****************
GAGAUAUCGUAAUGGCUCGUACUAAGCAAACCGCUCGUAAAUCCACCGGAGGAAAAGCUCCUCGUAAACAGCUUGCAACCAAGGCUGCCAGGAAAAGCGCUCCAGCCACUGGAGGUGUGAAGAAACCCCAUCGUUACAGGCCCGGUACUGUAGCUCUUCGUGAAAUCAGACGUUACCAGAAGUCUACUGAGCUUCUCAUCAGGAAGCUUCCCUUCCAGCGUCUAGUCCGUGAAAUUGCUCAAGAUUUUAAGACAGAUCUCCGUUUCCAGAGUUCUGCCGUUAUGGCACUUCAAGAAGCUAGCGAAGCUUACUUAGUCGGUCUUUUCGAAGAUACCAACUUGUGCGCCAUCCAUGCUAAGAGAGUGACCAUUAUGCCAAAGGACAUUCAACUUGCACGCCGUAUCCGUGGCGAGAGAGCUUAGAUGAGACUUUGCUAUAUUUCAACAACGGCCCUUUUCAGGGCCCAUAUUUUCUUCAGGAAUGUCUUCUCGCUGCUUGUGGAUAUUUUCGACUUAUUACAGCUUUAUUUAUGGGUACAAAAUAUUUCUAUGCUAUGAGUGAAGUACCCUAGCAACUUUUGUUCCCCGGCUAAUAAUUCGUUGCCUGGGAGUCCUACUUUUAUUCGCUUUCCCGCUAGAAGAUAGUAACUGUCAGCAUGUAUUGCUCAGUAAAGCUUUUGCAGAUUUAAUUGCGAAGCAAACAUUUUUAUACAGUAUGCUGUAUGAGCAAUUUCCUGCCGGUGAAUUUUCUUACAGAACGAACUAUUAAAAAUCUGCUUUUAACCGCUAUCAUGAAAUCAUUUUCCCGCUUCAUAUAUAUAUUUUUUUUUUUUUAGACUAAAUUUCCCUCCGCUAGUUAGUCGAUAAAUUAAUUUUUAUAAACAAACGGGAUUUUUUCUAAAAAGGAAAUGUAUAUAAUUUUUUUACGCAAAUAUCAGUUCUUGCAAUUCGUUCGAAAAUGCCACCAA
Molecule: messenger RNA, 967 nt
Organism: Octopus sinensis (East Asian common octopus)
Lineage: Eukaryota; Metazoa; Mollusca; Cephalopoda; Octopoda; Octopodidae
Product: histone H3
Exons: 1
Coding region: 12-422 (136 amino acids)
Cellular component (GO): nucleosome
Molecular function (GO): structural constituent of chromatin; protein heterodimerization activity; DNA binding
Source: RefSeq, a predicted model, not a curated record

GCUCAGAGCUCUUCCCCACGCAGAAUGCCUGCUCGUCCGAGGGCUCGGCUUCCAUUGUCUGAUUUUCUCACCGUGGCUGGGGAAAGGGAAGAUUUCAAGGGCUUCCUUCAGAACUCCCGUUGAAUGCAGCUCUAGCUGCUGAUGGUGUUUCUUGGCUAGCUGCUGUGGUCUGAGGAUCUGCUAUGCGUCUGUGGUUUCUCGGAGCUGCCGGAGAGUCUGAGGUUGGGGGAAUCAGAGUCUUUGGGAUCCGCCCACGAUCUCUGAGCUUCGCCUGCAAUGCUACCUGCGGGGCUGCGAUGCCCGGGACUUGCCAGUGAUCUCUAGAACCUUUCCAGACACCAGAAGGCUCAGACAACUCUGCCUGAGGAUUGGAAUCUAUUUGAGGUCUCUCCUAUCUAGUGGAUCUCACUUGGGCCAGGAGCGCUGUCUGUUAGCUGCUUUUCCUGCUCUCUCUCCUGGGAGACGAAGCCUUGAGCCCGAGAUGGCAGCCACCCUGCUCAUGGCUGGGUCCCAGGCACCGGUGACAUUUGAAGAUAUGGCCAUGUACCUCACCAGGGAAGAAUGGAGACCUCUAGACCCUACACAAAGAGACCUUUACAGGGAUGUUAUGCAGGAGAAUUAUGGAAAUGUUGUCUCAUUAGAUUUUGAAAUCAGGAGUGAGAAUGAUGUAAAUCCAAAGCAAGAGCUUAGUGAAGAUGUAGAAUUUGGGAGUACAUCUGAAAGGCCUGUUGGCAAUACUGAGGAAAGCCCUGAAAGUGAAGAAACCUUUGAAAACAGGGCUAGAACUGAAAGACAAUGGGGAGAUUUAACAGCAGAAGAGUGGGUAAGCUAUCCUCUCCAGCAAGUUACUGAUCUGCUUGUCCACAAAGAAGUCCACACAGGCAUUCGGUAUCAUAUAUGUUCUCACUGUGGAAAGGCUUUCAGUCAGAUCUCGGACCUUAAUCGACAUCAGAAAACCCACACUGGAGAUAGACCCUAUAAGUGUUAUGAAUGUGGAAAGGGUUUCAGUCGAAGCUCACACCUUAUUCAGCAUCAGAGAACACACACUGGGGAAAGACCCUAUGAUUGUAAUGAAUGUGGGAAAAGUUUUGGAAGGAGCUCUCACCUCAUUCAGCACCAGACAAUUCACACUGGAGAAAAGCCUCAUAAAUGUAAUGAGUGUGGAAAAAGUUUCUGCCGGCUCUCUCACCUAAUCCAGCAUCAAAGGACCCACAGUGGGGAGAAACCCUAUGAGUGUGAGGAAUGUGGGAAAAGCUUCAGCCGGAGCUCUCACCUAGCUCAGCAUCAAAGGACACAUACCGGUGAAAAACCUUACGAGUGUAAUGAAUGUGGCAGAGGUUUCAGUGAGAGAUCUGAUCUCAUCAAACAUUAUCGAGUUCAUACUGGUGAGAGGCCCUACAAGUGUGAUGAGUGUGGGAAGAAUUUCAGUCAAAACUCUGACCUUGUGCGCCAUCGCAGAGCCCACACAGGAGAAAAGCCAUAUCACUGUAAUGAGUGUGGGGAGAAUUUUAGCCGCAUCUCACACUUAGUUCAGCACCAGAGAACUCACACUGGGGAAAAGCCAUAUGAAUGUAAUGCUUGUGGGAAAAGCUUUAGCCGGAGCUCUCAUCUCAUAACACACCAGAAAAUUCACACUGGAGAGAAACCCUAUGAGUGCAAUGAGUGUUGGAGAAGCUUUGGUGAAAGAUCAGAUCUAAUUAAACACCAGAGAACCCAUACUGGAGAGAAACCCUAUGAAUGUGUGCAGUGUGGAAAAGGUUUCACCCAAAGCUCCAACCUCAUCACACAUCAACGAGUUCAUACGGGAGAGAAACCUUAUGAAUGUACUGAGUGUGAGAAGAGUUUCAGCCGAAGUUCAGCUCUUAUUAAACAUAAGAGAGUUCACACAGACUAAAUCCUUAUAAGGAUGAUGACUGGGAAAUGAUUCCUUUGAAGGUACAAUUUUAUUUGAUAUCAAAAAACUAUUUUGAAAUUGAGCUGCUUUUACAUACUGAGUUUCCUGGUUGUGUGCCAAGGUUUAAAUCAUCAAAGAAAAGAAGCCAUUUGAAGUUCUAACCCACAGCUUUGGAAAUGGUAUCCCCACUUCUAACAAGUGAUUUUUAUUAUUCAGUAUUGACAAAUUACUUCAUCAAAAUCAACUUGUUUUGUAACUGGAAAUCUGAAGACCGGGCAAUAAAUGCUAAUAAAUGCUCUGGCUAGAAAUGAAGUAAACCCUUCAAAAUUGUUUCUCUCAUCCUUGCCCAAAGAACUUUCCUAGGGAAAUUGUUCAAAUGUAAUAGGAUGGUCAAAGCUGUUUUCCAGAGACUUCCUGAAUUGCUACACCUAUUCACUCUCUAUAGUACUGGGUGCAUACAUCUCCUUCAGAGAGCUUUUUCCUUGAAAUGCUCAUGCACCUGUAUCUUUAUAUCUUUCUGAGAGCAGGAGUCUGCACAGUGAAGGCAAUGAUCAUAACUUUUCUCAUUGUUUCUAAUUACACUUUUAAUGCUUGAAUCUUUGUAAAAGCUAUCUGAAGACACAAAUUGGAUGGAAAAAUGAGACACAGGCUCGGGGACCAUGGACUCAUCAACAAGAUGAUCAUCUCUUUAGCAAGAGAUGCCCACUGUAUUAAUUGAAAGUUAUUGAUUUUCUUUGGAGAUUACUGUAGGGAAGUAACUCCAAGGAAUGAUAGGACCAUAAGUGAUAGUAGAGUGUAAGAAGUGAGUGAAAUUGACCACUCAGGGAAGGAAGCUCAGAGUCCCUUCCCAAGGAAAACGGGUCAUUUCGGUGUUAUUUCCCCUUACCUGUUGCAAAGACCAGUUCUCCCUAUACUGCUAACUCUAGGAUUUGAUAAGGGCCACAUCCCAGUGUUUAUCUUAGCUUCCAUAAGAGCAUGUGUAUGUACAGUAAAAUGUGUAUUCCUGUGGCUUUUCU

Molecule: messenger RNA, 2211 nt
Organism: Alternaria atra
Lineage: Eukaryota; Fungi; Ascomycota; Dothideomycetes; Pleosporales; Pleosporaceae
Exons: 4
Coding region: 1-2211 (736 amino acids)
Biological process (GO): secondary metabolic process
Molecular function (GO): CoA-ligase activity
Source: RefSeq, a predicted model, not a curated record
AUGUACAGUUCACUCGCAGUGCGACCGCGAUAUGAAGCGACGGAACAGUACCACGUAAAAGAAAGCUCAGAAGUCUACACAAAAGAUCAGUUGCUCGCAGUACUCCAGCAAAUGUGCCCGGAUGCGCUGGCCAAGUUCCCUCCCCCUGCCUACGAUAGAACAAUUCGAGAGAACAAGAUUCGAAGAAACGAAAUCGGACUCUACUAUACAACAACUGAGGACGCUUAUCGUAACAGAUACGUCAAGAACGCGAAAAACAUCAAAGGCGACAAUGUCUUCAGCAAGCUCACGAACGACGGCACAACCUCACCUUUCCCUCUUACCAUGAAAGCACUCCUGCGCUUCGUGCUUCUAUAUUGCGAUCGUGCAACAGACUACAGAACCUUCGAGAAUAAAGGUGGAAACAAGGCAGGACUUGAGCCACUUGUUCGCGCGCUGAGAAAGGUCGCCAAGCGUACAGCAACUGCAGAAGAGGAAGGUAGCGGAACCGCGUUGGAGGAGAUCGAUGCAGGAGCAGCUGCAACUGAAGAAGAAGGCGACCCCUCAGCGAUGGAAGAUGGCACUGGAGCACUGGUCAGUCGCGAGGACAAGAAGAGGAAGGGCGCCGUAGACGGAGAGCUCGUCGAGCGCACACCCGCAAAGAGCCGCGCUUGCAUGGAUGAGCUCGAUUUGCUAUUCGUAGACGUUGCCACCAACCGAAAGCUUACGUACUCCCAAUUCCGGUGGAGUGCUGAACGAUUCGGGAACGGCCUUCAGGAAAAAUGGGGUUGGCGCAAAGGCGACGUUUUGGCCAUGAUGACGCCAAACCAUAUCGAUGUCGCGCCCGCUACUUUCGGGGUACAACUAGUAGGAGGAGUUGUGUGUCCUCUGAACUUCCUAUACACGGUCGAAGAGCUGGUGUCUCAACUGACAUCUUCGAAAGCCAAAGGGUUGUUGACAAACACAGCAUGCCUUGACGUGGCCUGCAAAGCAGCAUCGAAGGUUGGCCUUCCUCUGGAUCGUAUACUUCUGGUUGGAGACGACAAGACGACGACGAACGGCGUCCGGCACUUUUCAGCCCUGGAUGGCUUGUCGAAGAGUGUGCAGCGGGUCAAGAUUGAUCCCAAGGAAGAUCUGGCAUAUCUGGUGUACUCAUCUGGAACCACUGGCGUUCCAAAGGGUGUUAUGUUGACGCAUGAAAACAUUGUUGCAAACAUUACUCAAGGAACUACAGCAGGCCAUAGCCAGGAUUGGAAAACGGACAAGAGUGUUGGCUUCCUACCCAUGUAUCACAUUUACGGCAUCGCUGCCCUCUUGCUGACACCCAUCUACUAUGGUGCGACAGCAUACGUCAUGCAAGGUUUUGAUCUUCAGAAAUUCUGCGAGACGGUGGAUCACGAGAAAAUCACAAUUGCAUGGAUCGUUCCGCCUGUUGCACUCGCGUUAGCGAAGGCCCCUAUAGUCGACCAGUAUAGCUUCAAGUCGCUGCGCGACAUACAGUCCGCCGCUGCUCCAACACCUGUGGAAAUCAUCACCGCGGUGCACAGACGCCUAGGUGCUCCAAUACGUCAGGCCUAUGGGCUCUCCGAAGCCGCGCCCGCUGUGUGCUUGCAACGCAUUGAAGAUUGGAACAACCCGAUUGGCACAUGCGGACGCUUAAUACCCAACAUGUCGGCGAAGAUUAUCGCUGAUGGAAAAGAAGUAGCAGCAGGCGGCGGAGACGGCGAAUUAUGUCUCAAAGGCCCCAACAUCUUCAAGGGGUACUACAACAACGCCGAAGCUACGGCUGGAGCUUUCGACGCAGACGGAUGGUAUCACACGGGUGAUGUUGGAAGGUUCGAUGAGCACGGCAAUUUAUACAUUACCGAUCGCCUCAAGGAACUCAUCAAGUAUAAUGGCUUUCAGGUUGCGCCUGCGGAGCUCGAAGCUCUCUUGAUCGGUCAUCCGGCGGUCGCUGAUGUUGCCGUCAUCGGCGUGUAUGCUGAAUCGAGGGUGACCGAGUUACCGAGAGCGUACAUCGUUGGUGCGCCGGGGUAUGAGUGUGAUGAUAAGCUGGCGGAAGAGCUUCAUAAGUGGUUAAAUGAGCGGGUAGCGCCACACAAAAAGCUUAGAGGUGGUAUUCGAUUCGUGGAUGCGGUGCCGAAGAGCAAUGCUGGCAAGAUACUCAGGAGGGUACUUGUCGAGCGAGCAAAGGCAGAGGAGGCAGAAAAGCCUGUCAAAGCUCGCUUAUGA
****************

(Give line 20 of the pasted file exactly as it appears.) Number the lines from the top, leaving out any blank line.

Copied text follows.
AUGUACAGUUCACUCGCAGUGCGACCGCGAUAUGAAGCGACGGAACAGUACCACGUAAAAGAAAGCUCAGAAGUCUACACAAAAGAUCAGUUGCUCGCAGUACUCCAGCAAAUGUGCCCGGAUGCGCUGGCCAAGUUCCCUCCCCCUGCCUACGAUAGAACAAUUCGAGAGAACAAGAUUCGAAGAAACGAAAUCGGACUCUACUAUACAACAACUGAGGACGCUUAUCGUAACAGAUACGUCAAGAACGCGAAAAACAUCAAAGGCGACAAUGUCUUCAGCAAGCUCACGAACGACGGCACAACCUCACCUUUCCCUCUUACCAUGAAAGCACUCCUGCGCUUCGUGCUUCUAUAUUGCGAUCGUGCAACAGACUACAGAACCUUCGAGAAUAAAGGUGGAAACAAGGCAGGACUUGAGCCACUUGUUCGCGCGCUGAGAAAGGUCGCCAAGCGUACAGCAACUGCAGAAGAGGAAGGUAGCGGAACCGCGUUGGAGGAGAUCGAUGCAGGAGCAGCUGCAACUGAAGAAGAAGGCGACCCCUCAGCGAUGGAAGAUGGCACUGGAGCACUGGUCAGUCGCGAGGACAAGAAGAGGAAGGGCGCCGUAGACGGAGAGCUCGUCGAGCGCACACCCGCAAAGAGCCGCGCUUGCAUGGAUGAGCUCGAUUUGCUAUUCGUAGACGUUGCCACCAACCGAAAGCUUACGUACUCCCAAUUCCGGUGGAGUGCUGAACGAUUCGGGAACGGCCUUCAGGAAAAAUGGGGUUGGCGCAAAGGCGACGUUUUGGCCAUGAUGACGCCAAACCAUAUCGAUGUCGCGCCCGCUACUUUCGGGGUACAACUAGUAGGAGGAGUUGUGUGUCCUCUGAACUUCCUAUACACGGUCGAAGAGCUGGUGUCUCAACUGACAUCUUCGAAAGCCAAAGGGUUGUUGACAAACACAGCAUGCCUUGACGUGGCCUGCAAAGCAGCAUCGAAGGUUGGCCUUCCUCUGGAUCGUAUACUUCUGGUUGGAGACGACAAGACGACGACGAACGGCGUCCGGCACUUUUCAGCCCUGGAUGGCUUGUCGAAGAGUGUGCAGCGGGUCAAGAUUGAUCCCAAGGAAGAUCUGGCAUAUCUGGUGUACUCAUCUGGAACCACUGGCGUUCCAAAGGGUGUUAUGUUGACGCAUGAAAACAUUGUUGCAAACAUUACUCAAGGAACUACAGCAGGCCAUAGCCAGGAUUGGAAAACGGACAAGAGUGUUGGCUUCCUACCCAUGUAUCACAUUUACGGCAUCGCUGCCCUCUUGCUGACACCCAUCUACUAUGGUGCGACAGCAUACGUCAUGCAAGGUUUUGAUCUUCAGAAAUUCUGCGAGACGGUGGAUCACGAGAAAAUCACAAUUGCAUGGAUCGUUCCGCCUGUUGCACUCGCGUUAGCGAAGGCCCCUAUAGUCGACCAGUAUAGCUUCAAGUCGCUGCGCGACAUACAGUCCGCCGCUGCUCCAACACCUGUGGAAAUCAUCACCGCGGUGCACAGACGCCUAGGUGCUCCAAUACGUCAGGCCUAUGGGCUCUCCGAAGCCGCGCCCGCUGUGUGCUUGCAACGCAUUGAAGAUUGGAACAACCCGAUUGGCACAUGCGGACGCUUAAUACCCAACAUGUCGGCGAAGAUUAUCGCUGAUGGAAAAGAAGUAGCAGCAGGCGGCGGAGACGGCGAAUUAUGUCUCAAAGGCCCCAACAUCUUCAAGGGGUACUACAACAACGCCGAAGCUACGGCUGGAGCUUUCGACGCAGACGGAUGGUAUCACACGGGUGAUGUUGGAAGGUUCGAUGAGCACGGCAAUUUAUACAUUACCGAUCGCCUCAAGGAACUCAUCAAGUAUAAUGGCUUUCAGGUUGCGCCUGCGGAGCUCGAAGCUCUCUUGAUCGGUCAUCCGGCGGUCGCUGAUGUUGCCGUCAUCGGCGUGUAUGCUGAAUCGAGGGUGACCGAGUUACCGAGAGCGUACAUCGUUGGUGCGCCGGGGUAUGAGUGUGAUGAUAAGCUGGCGGAAGAGCUUCAUAAGUGGUUAAAUGAGCGGGUAGCGCCACACAAAAAGCUUAGAGGUGGUAUUCGAUUCGUGGAUGCGGUGCCGAAGAGCAAUGCUGGCAAGAUACUCAGGAGGGUACUUGUCGAGCGAGCAAAGGCAGAGGAGGCAGAAAAGCCUGUCAAAGCUCGCUUAUGA